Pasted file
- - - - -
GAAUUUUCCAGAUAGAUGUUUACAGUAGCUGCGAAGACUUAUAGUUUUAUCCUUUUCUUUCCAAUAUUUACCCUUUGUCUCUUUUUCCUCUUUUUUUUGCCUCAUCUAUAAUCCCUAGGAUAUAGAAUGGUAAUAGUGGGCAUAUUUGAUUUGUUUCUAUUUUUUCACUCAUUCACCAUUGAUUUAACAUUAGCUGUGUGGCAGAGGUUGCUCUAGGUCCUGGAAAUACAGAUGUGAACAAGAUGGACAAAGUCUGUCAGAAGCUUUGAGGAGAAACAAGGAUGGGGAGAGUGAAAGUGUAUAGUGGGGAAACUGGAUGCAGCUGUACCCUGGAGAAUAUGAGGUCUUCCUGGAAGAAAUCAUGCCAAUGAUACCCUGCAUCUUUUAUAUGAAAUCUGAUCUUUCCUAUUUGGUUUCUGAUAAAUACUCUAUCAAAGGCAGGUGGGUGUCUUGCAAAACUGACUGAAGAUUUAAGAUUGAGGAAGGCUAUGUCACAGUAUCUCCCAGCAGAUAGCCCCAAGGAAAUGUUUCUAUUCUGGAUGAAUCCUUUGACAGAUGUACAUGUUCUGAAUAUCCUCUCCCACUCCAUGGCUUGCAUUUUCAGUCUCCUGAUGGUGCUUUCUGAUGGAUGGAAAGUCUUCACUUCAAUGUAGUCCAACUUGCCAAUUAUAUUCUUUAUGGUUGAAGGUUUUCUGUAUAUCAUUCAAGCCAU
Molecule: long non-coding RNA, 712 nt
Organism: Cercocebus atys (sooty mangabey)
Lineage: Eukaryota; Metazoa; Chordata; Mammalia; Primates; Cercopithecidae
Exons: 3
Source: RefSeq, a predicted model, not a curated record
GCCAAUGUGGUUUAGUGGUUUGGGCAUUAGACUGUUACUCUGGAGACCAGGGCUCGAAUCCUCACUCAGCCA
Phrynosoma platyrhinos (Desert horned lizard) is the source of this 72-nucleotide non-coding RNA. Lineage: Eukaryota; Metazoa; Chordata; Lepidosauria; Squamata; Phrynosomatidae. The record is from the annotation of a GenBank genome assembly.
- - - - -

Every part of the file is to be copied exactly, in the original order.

GAAUUUUCCAGAUAGAUGUUUACAGUAGCUGCGAAGACUUAUAGUUUUAUCCUUUUCUUUCCAAUAUUUACCCUUUGUCUCUUUUUCCUCUUUUUUUUGCCUCAUCUAUAAUCCCUAGGAUAUAGAAUGGUAAUAGUGGGCAUAUUUGAUUUGUUUCUAUUUUUUCACUCAUUCACCAUUGAUUUAACAUUAGCUGUGUGGCAGAGGUUGCUCUAGGUCCUGGAAAUACAGAUGUGAACAAGAUGGACAAAGUCUGUCAGAAGCUUUGAGGAGAAACAAGGAUGGGGAGAGUGAAAGUGUAUAGUGGGGAAACUGGAUGCAGCUGUACCCUGGAGAAUAUGAGGUCUUCCUGGAAGAAAUCAUGCCAAUGAUACCCUGCAUCUUUUAUAUGAAAUCUGAUCUUUCCUAUUUGGUUUCUGAUAAAUACUCUAUCAAAGGCAGGUGGGUGUCUUGCAAAACUGACUGAAGAUUUAAGAUUGAGGAAGGCUAUGUCACAGUAUCUCCCAGCAGAUAGCCCCAAGGAAAUGUUUCUAUUCUGGAUGAAUCCUUUGACAGAUGUACAUGUUCUGAAUAUCCUCUCCCACUCCAUGGCUUGCAUUUUCAGUCUCCUGAUGGUGCUUUCUGAUGGAUGGAAAGUCUUCACUUCAAUGUAGUCCAACUUGCCAAUUAUAUUCUUUAUGGUUGAAGGUUUUCUGUAUAUCAUUCAAGCCAU
Molecule: long non-coding RNA, 712 nt
Organism: Cercocebus atys (sooty mangabey)
Lineage: Eukaryota; Metazoa; Chordata; Mammalia; Primates; Cercopithecidae
Exons: 3
Source: RefSeq, a predicted model, not a curated record
GCCAAUGUGGUUUAGUGGUUUGGGCAUUAGACUGUUACUCUGGAGACCAGGGCUCGAAUCCUCACUCAGCCA
Phrynosoma platyrhinos (Desert horned lizard) is the source of this 72-nucleotide non-coding RNA. Lineage: Eukaryota; Metazoa; Chordata; Lepidosauria; Squamata; Phrynosomatidae. The record is from the annotation of a GenBank genome assembly.